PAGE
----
The Encyclopedia of Saskatchewan

 

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Highway Network

Highway 11 near Lumsden.
Don Healy (Regina Leader-Post)

Saskatchewan’s highway network consists of 26,250 km of roads, or roughly 14% of the province’s entire rural road network. Saskatchewan’s highway and municipal road networks together constitute the largest rural road system in Canada, totaling over 190,000 km. In 1905, the province assumed responsibility for its roads from the federal government. Development of rural roads was moderate through the 1920s (the government had completed 4,200 km of provincial highway by 1927), but virtually non-existent through the Depression. Roadway construction boomed in the 1950s, propelling Saskatchewan’s rural road network into national distinction as Canada’s most extensive provincial road system. In 1950 the province signed the TRANS-CANADA HIGHWAY Act, which provided funding for constructing the local portion of the proposed transcontinental highway paralleling the Canadian Pacific Railway main line. Seven years later, on August 21, 1957, Premier T.C. Douglas officially opened Saskatchewan’s new 650-km east-west stretch of the Trans-Canada Highway. The Yellowhead Highway soon after became eligible for federal assistance, as did Highways 6, 7, 11, and 39. Each of these provincial highways was an important link in the national highway system, and was therefore entitled to funding under the National Highways Project.

Saskatchewan Highways and Transportation is responsible for planning and developing transportation policy and for constructing, maintaining, operating, and regulating the province’s highway network. In the past 50 years, the department has made significant progress in converting highway surfaces from gravel to thin pavements and asphalt; this conversion increases the highways’ capacity to accommodate greater traffic volumes, especially truck traffic. Until 1960 the majority of Saskatchewan’s highways were gravel; by 1980, pavements and dust-free surfaces had become the dominant surface types. Today, roughly 51% (13,460 km) of Saskatchewan’s highway network is paved; 26.5% (6,960 km) has been treated with a thin-membrane dust-free surface; 22% (5,700 km) remains gravel; and 0.5% (131 km) is ice road.

Saskatchewan’s highways are traditionally classified into four categories: major arterial, minor arterial, collector, and local. Traffic volumes and construction standards are generally based upon these classifications. Major arterial highways move large volumes of provincial and international traffic at high speeds and under free-flowing conditions, serve urban centres of more than 10,000 people, and accommodate more than 1,000 vehicles per day. Minor arterial highways link cities and towns of 1,000 to 5,000 people, and are distributed across the province in proportion to population density. Collector highways are of inter-municipal rather than provincial importance, and link towns and villages with populations of less than 1,000. Local highways provide access to adjacent land.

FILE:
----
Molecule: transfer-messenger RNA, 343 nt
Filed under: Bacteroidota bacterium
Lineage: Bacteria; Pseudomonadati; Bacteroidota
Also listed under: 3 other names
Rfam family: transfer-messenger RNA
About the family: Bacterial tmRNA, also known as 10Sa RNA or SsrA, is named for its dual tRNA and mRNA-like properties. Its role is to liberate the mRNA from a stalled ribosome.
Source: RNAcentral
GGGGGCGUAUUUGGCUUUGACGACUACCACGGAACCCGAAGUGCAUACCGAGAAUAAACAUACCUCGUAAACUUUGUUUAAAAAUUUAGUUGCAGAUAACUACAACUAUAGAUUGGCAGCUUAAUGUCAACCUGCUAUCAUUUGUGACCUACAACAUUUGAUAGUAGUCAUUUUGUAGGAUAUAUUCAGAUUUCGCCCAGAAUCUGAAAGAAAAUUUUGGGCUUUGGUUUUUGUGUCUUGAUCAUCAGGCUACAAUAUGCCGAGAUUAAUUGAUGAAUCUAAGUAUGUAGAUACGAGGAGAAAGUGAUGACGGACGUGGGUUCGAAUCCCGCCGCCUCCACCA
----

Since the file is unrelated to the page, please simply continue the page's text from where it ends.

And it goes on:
A second and more recent categorization scheme groups all provincial highways and municipal roads into seven classes based on their social, economic, and connective function. Classes 1 and 2 carry the highest traffic volumes, and connect major cities and regional service centres with populations greater than 1,000. Classes 3, 4, and 5 link communities with populations of less than 1,000, and give access to large parks and industrial sites. Classes 6 and 7 carry the least traffic and provide access only to individual residences, small parks and industrial sites, farmland, and other properties. Approximately 38% of Saskatchewan’s highways are designated as class 1 or 2, and 62% as class 3, 4, or 5.

Saskatchewan’s primary highways are numbered 1 through 40, have speed limits ranging from 90 to 110 km/hr, and connect all of the province’s major cities. Principal east-west arterial routes include: Highway 1 (Trans-Canada) across southern Saskatchewan, through Regina, Moose Jaw, and Swift Current; Highway 16 (Yellowhead) through the province’s parkland region, via Yorkton, Saskatoon, North Battleford, and Lloydminster; Highway 3 from the Manitoba border to Melfort and Prince Albert; Highways 7 and 14 from Saskatoon to the Alberta border; Highway 10 east from Balgonie to Yorkton and the Manitoba border; Highway 13 from Manitoba to the Alberta border via Carlyle and Weyburn; and Highway 40 from Prince Albert to North Battleford.

Major north-south arteries include: Highway 6 from Montana to Regina and Melfort; Highway 11 from Regina to Saskatoon and Prince Albert; Highway 4 from Montana to Swift Current and North Battleford; Highway 2 from Moose Jaw to Prince Albert and La Ronge; Highway 9 from North Dakota to Yorkton and Hudson Bay; Highway 35 from North Dakota to Weyburn; and Highway 39 from Moose Jaw to Weyburn, Estevan, and the US border. Only Highways 1, 11, and 16 have sections of divided highway. The Trans-Canada Highway (#1) is twinned from Wolseley to the Alberta border; Highway 11 from Regina to Saskatoon; and the Yellowhead route (#16) from Saskatoon to North Battleford, and from Maidstone to Lloydminster. The twinning of the Trans-Canada Highway in Saskatchewan is scheduled for completion in 2007.

Iain Stewart

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This web site was produced with financial assistance
provided by Western Economic Diversification Canada and the Government of Saskatchewan.
University of Regina Government of Canada Government of Saskatchewan Canadian Plains Research Center
Ce site Web a été conçu grâce à l'aide financière de
Diversification de l'économie de l'Ouest Canada et le gouvernement de la Saskatchewan.